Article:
November 2010 Election, California, Proposition 20

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Vote Recommendation: Yes

See: November 2010 Election, California

This proposition competes with Proposition 27, which would have a very opposite effect. If both pass, then the one with the most votes wins.

It was harder to decide 20, than it was to decide 27, but once it became clear that 27 was a bad idea, it was soon afterward clear that 20 was a good idea.

The main thing I noted about 27 was that in the official analysis, it was noted that certain requirements for valid districts would be removed that seemed like rather solid requirements. These were:

  • Not favoring or discriminating against political parties, incumbents, or political candidates.
  • Developing geographically compact districts.
  • Placing two Assembly districts together within one Senate district and placing ten Senate districts together within one BOE district.

In fact, removing these requirements seemed likely to promote gerrymandering. I have a hard time imagining why else someone would want to get rid of these requirements. The purpose of proposition 27, then appears to be to promote gerrymandering. (Put the process in the hands of the politicians and loosen up the restrictions.) The arguments in favor, which appealed mostly to fear and bigotry, did nothing to convince me that I misunderstood the situation.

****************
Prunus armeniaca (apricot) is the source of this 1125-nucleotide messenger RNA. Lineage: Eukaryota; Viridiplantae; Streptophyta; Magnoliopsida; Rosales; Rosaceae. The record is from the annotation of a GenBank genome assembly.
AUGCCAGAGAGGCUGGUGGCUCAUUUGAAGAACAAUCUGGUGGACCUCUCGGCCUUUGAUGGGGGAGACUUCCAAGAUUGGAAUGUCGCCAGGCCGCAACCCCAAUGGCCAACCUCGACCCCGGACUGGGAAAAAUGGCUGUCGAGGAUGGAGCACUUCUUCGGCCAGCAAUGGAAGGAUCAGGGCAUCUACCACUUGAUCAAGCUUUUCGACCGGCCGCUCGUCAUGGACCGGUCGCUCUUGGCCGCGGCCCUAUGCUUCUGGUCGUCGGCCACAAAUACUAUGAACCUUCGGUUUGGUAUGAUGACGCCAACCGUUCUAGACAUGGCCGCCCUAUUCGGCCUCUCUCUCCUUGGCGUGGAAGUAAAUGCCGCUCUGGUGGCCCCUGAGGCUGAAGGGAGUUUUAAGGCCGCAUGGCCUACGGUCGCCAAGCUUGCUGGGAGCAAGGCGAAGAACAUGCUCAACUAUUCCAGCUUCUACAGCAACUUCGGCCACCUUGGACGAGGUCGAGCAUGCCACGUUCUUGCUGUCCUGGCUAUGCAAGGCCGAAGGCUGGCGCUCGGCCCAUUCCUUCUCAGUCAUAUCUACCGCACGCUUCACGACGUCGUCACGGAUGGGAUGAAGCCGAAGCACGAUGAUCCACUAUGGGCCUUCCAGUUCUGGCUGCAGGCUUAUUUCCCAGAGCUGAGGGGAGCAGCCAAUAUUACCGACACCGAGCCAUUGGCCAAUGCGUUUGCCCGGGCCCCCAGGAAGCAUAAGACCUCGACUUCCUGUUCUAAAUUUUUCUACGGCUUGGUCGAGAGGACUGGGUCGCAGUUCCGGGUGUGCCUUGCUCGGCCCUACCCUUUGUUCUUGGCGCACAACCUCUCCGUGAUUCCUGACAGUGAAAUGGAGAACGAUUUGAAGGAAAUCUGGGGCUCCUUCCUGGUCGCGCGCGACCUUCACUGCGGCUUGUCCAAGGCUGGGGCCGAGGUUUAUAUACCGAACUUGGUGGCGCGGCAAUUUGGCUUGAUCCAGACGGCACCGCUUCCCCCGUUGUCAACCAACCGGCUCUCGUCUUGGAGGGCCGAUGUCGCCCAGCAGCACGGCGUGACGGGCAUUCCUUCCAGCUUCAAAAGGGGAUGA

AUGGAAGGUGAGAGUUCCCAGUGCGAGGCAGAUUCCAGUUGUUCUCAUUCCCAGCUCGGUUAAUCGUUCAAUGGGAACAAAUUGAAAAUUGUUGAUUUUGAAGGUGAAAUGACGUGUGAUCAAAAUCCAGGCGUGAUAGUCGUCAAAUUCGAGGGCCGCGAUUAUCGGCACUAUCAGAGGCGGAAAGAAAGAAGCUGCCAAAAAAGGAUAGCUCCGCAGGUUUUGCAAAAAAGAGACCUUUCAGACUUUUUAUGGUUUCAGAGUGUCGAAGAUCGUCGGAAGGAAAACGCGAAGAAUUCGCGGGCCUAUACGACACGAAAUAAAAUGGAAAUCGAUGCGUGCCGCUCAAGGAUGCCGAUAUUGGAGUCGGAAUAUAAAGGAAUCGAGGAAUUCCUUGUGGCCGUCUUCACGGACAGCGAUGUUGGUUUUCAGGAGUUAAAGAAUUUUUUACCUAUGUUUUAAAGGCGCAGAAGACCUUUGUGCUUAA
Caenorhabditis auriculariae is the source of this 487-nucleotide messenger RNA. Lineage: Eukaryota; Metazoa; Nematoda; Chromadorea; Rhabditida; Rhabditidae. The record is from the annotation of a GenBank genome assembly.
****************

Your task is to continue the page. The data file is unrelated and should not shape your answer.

The fact that proposition 27 is bad, however, does not necessarily mean that 20 is good. Nevertheless, it is suggestive, and I can think of few reasons why a process that is so worth trying out for our other districts wouldn't also be worth trying out for congressional districts. I might consider that if the experiment is a flop, then there might be some benefit to not having applied it universally, but nevertheless, being already convinced that 27 is wrong, I am therefore also convinced that the experiment will not prove to be a flop and I have reason to expect a benefit from expanding the principle.

Apart from those considerations, the argument against Proposition 20 really convinced me that Proposition 20 was the way to go as the appeals to bigotry made by those who were against 20 got even more disgusting than they had been in the Proposition 27 arguments.


Redistricting of Congressional Districts.

Initiative Constitutional Amendment

Charles T. Munger, Jr. (See also: A related letter written by Munger)

Removes elected representatives from the process of establishing congressional districts and transfers that authority to the recently-authorized 14-member redistricting commission. Redistricting commission is comprised of five Democrats, five Republicans, and four voters registered with neither party. Requires that any newly-proposed district lines be approved by nine commissioners including three Democrats, three Republicans, and three from neither party. Summary of estimate by Legislative Analyst and Director of Finance of fiscal impact on state and local government: Probably no significant change in state redistricting costs.

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